I survived Communism: Part four

Statues remembering the victims of the Communist era in the Czech capital Prague

The article below was written by?Zuzana Janosova Den Boer, who experienced Communist rule in Czechoslovakia before coming to Canada.

Economic Consequences of Communism:

Do you think communism failed because of oppression?  No. You can brainwash and threaten people, keep them dangling like puppets, until the supply of goods starts to disappear.   Economic reality always prevails.

The problem with socialism is that you eventually run out of other?s people money.

Margaret Thatcher?

The economic consequences of communism are always the same ? poverty, and this one comes with an ironclad guarantee ? a lifetime warranty. People always spend their own money more carefully than someone else?s. Capitalism is about efficiency. Private businesses must spend their capital very carefully. They cannot afford to make investments in their business unless they are sure it will be worth it. A mistake could result in an increased price for their product, reduced cash-flow, loss of competitiveness and eventual bankruptcy.

In a centrally planned economy, all production is controlled by government. The revenue required to operate the government and the economy is obtained through taxation. Because a centrally planned economy is not subject to the laws of supply and demand, financial goals become meaningless, since there are no penalties for not achieving them.  Thus, long-term government plans are never fulfilled and financial goals are replaced by imaginary production quotas.

The result is profligate waste and inefficiency on a monumental scale. Communism institutes mandatory employment with pre-determined duties and salaries. The problem is the lack of goods and services. Even if you have money, you will have few opportunities to spend it for your own benefit.

Life under Communism:

What is life under communism like? In the Eastern Bloc countries, shortages of basic goods began in the 1980s. People had to get up at 3 AM in order to stand in line for basic necessities: bread, milk, meat, eggs, toilet paper, oil, et cetera. You could stand in line for hours and not even get a chance to buy something, once products ran out.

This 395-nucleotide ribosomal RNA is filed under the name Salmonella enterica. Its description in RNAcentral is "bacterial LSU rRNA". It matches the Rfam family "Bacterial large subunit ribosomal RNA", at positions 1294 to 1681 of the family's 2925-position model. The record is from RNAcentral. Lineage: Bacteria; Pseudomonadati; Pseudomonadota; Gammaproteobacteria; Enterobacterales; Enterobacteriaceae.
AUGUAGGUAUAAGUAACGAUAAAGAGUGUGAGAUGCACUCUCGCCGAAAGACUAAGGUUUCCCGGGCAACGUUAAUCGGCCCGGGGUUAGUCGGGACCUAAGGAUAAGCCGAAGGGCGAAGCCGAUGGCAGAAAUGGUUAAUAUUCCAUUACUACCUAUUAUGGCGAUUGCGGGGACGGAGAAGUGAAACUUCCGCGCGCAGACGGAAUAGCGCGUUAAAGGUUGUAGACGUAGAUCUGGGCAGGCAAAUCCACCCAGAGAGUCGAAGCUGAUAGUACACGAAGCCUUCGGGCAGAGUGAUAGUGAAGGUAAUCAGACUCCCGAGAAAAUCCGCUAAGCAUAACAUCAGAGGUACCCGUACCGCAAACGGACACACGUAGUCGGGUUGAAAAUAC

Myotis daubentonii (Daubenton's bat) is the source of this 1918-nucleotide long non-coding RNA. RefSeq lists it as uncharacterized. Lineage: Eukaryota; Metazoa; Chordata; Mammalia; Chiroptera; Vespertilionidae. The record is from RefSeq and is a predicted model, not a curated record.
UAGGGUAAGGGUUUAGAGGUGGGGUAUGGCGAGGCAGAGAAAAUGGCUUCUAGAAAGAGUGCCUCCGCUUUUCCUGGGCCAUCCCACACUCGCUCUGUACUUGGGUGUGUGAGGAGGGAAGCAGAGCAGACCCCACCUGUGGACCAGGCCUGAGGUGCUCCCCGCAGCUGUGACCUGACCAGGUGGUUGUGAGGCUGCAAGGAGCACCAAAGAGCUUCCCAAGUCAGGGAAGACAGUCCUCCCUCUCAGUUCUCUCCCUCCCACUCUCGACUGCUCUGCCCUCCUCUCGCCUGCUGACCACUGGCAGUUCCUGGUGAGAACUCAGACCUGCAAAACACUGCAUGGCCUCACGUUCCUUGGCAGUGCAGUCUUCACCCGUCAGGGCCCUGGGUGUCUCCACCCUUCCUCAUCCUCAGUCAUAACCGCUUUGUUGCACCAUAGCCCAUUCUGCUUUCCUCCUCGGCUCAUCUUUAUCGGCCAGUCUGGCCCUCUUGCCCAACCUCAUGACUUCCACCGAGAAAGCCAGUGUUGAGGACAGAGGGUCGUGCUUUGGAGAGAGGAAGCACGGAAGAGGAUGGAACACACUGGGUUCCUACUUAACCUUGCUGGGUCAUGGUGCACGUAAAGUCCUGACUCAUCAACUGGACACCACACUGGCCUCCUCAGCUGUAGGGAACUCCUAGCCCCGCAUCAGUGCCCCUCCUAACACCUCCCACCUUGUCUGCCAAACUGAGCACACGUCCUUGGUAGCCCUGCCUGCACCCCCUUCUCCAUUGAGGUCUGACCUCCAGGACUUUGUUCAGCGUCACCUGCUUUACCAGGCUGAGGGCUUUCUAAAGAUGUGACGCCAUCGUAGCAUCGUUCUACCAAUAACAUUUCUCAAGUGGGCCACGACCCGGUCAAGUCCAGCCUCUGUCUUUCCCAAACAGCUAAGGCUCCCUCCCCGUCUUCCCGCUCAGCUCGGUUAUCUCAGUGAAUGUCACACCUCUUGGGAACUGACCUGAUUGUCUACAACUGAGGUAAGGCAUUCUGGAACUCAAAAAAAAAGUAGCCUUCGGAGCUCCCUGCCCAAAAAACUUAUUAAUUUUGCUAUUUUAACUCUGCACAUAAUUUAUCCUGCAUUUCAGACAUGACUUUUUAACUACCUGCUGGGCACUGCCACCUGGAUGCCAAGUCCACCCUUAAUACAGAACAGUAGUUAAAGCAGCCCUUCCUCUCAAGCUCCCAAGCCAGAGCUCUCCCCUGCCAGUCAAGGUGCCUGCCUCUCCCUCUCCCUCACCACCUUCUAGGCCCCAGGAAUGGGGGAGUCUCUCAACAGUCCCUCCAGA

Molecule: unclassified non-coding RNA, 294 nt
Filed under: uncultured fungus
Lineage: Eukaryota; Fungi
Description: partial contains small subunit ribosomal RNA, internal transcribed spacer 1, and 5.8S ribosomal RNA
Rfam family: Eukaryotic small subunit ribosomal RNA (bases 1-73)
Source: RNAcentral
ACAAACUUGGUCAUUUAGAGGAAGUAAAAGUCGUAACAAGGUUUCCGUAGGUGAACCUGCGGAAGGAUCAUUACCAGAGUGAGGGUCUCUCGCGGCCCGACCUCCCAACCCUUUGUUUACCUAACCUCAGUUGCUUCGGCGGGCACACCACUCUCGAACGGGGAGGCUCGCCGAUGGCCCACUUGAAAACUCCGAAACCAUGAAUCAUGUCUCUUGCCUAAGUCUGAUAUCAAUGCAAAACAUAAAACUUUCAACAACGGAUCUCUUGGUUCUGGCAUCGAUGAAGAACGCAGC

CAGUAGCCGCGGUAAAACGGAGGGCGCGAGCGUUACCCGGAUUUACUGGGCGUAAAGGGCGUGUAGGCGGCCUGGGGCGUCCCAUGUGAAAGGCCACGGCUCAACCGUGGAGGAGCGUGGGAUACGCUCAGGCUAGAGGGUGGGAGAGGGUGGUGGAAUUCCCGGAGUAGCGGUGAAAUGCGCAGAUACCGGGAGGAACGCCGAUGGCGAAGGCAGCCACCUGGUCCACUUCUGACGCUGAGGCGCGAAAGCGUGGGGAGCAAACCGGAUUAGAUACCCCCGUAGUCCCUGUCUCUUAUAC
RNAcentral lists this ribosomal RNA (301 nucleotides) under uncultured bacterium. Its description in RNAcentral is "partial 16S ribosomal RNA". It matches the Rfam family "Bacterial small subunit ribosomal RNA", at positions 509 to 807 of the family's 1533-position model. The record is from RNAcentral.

Other appealing aspects:

??Want an apartment? You can?t buy one; real-estate markets don?t exist. You?ll probably get one (eventually) for free, but the government will decide the size, type, location, as well as your position in the queue, which may take years.

?Want a car? ?You must first submit an application, or buy a permit, to buy a car from the government, then wait in line, for years. The wait time might be 2-3 years, or it could be as long as 7-10 years.

?Want to use some recreational facilities (government built, of course) for your vacation? You need to be approved by a labor union, and wait.

?Want day-care for your child? Submit an application, and wait.

?Want a garage for your car? Submit an application, and wait. I submitted an application for a garage in 1988. When I left Slovakia in 1997, I still had not received a response.

Sound idyllic??But here?s the best part: there?s no guarantee you will?ever?receive an apartment, car, garage, daycare, recreation, or anything else you might want. If there is?any?record (ever) of your non-compliance with communist ideology,?you will receive nothing. As one communist leader informed me, after I refused to become a member of a socialist party: ?Forget about an apartment, forget about day-care, forget about a salary raise, forget about any benefits.? ??

Communism results in the poverty of an entire society. By comparison, free-market capitalism has lifted the highest number of people out of poverty in human history.